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Posts Tagged ‘ Israel ’

Cutbacks Crippling Palestinian Health Service

photoFormer Irish News Review reporter Keith Falkiner has recently returned from a trip to Palestine. During his trip Keith met with some journalists in Gaza who were keen to tell their stories to an English speaking audience. Here’s a story by Keith and Gaza based reporter Ahmed Dalloul on the health service crisis in the region.  

WE all grumble about the state of the health service in Ireland.

But spare a thought for the 1.8 million people crammed into the Gaza Strip, where hospitals have to deal with chronic power outages, a shortage of medication and where even the staff are rarely assured of getting paid for their crucial, life-saving work.

Gaza-based journalist Ahmed Dalloul reports for Irish News Review on the Palestinian enclave’s two main hospitals, Beit Hanoun and Al-Shifa – where both are on the verge of complete breakdown.

The two hospitals were the target of attack during Israel’s recent 50-day military onslaught on Gaza ,but as Ahmed reports, there are deeper, underlying issues that are affecting the future operation of both hospitals. Continue reading

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The War At Home – Ireland’s Relationship With Israel

 

Ireland Abstained from a UN vote on Gaza (image: thejournal.ie)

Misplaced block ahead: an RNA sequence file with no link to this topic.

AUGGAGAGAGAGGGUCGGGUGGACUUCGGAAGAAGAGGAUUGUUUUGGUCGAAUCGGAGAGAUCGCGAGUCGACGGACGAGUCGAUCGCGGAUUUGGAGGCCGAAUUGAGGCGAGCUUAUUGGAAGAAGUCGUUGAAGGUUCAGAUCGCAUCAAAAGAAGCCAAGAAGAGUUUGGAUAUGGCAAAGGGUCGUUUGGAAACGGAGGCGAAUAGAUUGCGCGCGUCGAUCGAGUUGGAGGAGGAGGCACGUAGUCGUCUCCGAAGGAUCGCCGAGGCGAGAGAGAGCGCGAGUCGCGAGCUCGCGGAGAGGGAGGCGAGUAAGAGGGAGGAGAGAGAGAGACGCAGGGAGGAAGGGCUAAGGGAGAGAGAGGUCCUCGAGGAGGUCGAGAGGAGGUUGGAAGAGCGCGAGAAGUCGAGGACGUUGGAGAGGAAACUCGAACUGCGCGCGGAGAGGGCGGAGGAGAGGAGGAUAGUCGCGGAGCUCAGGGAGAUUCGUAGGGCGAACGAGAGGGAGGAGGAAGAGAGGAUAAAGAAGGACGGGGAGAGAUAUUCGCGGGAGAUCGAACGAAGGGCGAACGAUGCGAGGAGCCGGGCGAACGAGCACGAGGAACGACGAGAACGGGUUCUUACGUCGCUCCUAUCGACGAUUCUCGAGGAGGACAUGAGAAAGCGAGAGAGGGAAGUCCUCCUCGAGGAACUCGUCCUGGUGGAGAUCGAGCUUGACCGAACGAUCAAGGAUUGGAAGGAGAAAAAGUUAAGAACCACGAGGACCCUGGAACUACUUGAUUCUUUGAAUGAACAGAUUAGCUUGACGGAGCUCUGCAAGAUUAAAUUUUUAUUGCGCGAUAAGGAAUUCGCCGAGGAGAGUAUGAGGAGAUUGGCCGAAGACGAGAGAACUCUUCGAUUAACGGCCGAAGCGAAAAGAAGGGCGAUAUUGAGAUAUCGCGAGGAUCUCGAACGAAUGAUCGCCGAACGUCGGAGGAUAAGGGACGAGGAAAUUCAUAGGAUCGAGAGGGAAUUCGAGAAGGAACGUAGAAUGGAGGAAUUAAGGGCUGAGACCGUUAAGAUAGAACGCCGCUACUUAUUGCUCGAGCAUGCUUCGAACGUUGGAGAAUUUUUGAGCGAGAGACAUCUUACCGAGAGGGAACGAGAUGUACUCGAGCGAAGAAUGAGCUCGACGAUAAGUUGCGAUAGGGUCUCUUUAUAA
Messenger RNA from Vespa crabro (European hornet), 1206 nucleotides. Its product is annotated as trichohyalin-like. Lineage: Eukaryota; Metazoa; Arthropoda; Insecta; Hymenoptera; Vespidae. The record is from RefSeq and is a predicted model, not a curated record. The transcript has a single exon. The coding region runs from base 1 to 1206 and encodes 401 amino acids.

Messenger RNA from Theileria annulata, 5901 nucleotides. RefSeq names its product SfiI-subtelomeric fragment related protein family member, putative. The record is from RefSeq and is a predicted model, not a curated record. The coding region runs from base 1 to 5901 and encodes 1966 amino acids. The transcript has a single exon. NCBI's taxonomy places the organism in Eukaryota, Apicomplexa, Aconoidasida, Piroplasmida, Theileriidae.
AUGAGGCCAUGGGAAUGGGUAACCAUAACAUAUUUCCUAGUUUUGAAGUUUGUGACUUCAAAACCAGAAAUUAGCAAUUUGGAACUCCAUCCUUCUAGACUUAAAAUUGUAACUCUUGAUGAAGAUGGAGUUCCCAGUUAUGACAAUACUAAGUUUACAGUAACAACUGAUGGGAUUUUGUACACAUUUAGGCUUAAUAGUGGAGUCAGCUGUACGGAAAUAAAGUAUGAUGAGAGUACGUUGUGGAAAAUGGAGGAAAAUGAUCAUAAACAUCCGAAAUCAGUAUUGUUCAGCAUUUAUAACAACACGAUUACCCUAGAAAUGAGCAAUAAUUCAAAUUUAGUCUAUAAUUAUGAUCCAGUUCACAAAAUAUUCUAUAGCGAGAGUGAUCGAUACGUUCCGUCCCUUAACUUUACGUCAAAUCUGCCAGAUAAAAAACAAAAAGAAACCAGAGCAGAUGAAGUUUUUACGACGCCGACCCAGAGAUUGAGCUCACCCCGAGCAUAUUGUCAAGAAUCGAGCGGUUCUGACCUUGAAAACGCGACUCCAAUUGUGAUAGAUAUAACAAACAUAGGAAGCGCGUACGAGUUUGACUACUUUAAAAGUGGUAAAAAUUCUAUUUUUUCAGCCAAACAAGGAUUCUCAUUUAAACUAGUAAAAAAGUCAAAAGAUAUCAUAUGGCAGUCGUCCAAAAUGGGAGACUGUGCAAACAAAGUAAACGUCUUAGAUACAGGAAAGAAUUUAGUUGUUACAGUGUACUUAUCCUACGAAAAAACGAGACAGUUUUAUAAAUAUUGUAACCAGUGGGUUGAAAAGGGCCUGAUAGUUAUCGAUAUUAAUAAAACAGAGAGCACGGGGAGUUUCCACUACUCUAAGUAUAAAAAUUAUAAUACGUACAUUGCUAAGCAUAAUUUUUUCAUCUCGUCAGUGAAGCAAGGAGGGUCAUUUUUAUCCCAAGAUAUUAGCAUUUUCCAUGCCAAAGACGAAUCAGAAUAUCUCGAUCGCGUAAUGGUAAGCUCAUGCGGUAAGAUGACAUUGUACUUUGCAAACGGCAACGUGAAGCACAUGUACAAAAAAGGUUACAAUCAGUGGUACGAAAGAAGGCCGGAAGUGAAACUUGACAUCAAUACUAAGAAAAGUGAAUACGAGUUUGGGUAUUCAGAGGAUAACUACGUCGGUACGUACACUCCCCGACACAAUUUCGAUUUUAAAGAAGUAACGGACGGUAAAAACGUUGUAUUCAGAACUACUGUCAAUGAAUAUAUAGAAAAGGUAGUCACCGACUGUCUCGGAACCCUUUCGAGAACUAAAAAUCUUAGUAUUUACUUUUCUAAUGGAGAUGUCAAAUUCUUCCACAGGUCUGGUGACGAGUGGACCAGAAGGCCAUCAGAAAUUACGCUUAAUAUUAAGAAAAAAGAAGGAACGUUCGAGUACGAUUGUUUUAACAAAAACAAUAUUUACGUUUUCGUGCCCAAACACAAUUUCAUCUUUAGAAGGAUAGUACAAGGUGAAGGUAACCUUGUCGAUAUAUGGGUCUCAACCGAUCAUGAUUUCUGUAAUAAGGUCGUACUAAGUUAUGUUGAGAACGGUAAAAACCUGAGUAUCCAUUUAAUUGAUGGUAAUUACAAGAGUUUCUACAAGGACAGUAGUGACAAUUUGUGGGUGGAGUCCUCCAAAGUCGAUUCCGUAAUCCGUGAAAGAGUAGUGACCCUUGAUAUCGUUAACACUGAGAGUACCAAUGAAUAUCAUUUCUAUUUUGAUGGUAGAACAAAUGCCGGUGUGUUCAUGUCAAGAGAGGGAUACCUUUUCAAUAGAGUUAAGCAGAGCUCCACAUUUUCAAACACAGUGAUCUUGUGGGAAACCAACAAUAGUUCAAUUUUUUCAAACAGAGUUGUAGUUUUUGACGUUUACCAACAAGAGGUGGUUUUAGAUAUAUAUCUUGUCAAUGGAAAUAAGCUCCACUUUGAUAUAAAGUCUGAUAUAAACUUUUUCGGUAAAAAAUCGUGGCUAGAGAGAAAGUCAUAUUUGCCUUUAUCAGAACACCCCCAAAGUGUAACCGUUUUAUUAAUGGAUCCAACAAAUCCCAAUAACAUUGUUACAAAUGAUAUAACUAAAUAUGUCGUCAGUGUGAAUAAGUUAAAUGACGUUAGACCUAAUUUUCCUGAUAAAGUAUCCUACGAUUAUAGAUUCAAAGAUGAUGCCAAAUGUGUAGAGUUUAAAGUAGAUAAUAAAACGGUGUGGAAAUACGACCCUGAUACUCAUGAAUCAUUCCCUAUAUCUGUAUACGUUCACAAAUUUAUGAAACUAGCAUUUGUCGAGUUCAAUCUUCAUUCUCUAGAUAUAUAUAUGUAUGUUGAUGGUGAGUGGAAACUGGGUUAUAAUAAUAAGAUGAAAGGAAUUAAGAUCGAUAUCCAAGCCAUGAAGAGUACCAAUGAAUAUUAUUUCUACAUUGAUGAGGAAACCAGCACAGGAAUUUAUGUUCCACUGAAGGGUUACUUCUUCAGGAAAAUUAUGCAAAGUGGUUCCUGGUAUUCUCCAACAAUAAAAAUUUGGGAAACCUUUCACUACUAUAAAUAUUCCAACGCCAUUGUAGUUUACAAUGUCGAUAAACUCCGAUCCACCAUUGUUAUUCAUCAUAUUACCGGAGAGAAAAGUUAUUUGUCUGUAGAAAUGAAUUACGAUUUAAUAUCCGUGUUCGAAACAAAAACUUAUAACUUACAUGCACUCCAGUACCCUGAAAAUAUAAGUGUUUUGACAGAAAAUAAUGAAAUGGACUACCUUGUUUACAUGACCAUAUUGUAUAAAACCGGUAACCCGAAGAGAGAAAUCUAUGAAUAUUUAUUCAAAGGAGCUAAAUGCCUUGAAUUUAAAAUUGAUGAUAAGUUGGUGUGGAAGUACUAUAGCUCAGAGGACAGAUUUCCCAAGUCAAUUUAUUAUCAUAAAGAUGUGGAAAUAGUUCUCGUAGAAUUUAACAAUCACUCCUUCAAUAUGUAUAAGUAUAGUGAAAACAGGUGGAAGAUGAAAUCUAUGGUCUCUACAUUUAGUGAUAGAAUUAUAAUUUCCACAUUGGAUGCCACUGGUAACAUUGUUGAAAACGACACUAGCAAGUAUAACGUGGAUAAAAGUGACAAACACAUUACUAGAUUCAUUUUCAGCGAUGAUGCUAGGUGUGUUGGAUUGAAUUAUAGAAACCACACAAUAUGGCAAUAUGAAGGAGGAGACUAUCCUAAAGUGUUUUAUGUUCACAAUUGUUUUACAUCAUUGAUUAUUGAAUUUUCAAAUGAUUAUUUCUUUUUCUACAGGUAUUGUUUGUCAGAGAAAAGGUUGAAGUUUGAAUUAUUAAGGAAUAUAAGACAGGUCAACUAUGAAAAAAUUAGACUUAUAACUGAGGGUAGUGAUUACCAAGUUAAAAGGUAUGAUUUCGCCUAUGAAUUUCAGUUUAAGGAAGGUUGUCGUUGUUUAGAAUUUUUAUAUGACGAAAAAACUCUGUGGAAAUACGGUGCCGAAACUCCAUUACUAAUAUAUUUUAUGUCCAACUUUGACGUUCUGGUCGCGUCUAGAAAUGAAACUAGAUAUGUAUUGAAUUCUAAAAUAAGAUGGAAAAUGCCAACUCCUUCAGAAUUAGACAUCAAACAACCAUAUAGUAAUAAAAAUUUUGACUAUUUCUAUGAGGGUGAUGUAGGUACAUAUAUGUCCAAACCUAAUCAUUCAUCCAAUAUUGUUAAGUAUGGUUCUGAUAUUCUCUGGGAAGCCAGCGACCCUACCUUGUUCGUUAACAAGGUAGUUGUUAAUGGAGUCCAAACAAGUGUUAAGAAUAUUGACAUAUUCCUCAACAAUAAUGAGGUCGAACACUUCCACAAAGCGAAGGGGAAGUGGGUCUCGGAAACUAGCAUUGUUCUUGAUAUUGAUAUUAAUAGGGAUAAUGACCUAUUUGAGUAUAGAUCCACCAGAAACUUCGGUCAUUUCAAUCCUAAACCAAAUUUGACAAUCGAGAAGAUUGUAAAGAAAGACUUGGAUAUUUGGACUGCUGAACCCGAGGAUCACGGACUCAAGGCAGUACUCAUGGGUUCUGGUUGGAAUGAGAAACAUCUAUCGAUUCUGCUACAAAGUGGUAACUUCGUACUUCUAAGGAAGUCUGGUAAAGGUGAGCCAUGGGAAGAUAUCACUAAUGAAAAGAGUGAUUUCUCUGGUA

Ireland Abstained from a UN vote on Gaza (image: thejournal.ie)

Ireland’s decision to abstain from a vote into the investigation of Israeli war crimes in Gaza yesterday at the United Nations Human Rights Council has caused uproar amongst the Irish people.

The news was met with utter disgust by a large percentage of Irish citizens, who feel misrepresented by members of our government. Sinn Féin President Gerry Adams also showed his disdain by accusing the government of “political cowardice”, while Fianna Fáil Senator Averil Power announced she is “shocked and disgusted with the Irish government’s decision not to support an international inquiry into Israel’s actions in Gaza.” Continue reading

The Globalisation Of The NBA

nba

Brooklyn Nets kicked off the first global game of 2014 with a resounding 127-110 win over the Atlanta Hawks at London’s 02 Arena last Thursday.

Over the past 35 years the NBA have played 147 games globally, visiting 20 different countries including China, Germany, Italy and Russia amongst others.

Yet the globalisation of the NBA has extended far beyond bringing the game cross continent.  Continue reading

The Most Laid Back School in The World

sudbury

You’re about to meet the most laid back school in the United States. Meet Sudbury Valley School – the school that allows you to do anything you want.

The school itself was founded in 1968 in Framingham, Massachusetts. The school is firmly based on the Sudbury model utilised throughout the United States, Denmark, Israel, Japan, Netherlands, Belgium and Germany.